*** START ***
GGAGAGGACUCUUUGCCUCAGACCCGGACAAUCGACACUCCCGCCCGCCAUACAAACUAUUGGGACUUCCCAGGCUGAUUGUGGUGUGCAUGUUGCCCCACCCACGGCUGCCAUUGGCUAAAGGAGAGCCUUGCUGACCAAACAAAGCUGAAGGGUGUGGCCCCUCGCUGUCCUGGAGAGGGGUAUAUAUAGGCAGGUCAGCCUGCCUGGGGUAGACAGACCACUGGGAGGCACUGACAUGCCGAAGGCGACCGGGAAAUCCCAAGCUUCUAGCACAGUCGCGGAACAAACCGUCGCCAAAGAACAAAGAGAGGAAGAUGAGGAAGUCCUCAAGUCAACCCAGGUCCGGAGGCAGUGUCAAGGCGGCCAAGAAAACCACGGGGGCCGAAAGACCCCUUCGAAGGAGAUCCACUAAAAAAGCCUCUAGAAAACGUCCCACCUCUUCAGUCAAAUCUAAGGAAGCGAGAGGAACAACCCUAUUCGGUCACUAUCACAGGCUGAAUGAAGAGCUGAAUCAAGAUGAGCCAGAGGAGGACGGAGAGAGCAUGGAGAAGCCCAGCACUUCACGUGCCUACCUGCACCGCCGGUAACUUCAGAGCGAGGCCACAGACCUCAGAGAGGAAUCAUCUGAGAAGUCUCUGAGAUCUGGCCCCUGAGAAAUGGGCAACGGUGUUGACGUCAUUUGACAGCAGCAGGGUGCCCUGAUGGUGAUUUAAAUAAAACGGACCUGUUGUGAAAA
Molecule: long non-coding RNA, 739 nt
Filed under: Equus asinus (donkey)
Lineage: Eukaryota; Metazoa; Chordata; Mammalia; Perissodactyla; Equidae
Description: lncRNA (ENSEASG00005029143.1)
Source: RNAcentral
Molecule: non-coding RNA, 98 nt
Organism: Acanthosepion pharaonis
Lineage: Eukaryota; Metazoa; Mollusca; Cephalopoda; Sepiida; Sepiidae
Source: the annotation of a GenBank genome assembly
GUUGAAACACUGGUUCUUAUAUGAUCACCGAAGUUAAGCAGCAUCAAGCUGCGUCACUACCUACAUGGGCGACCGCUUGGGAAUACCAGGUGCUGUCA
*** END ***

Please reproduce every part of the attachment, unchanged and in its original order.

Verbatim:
GGAGAGGACUCUUUGCCUCAGACCCGGACAAUCGACACUCCCGCCCGCCAUACAAACUAUUGGGACUUCCCAGGCUGAUUGUGGUGUGCAUGUUGCCCCACCCACGGCUGCCAUUGGCUAAAGGAGAGCCUUGCUGACCAAACAAAGCUGAAGGGUGUGGCCCCUCGCUGUCCUGGAGAGGGGUAUAUAUAGGCAGGUCAGCCUGCCUGGGGUAGACAGACCACUGGGAGGCACUGACAUGCCGAAGGCGACCGGGAAAUCCCAAGCUUCUAGCACAGUCGCGGAACAAACCGUCGCCAAAGAACAAAGAGAGGAAGAUGAGGAAGUCCUCAAGUCAACCCAGGUCCGGAGGCAGUGUCAAGGCGGCCAAGAAAACCACGGGGGCCGAAAGACCCCUUCGAAGGAGAUCCACUAAAAAAGCCUCUAGAAAACGUCCCACCUCUUCAGUCAAAUCUAAGGAAGCGAGAGGAACAACCCUAUUCGGUCACUAUCACAGGCUGAAUGAAGAGCUGAAUCAAGAUGAGCCAGAGGAGGACGGAGAGAGCAUGGAGAAGCCCAGCACUUCACGUGCCUACCUGCACCGCCGGUAACUUCAGAGCGAGGCCACAGACCUCAGAGAGGAAUCAUCUGAGAAGUCUCUGAGAUCUGGCCCCUGAGAAAUGGGCAACGGUGUUGACGUCAUUUGACAGCAGCAGGGUGCCCUGAUGGUGAUUUAAAUAAAACGGACCUGUUGUGAAAA
Molecule: long non-coding RNA, 739 nt
Filed under: Equus asinus (donkey)
Lineage: Eukaryota; Metazoa; Chordata; Mammalia; Perissodactyla; Equidae
Description: lncRNA (ENSEASG00005029143.1)
Source: RNAcentral
Molecule: non-coding RNA, 98 nt
Organism: Acanthosepion pharaonis
Lineage: Eukaryota; Metazoa; Mollusca; Cephalopoda; Sepiida; Sepiidae
Source: the annotation of a GenBank genome assembly
GUUGAAACACUGGUUCUUAUAUGAUCACCGAAGUUAAGCAGCAUCAAGCUGCGUCACUACCUACAUGGGCGACCGCUUGGGAAUACCAGGUGCUGUCA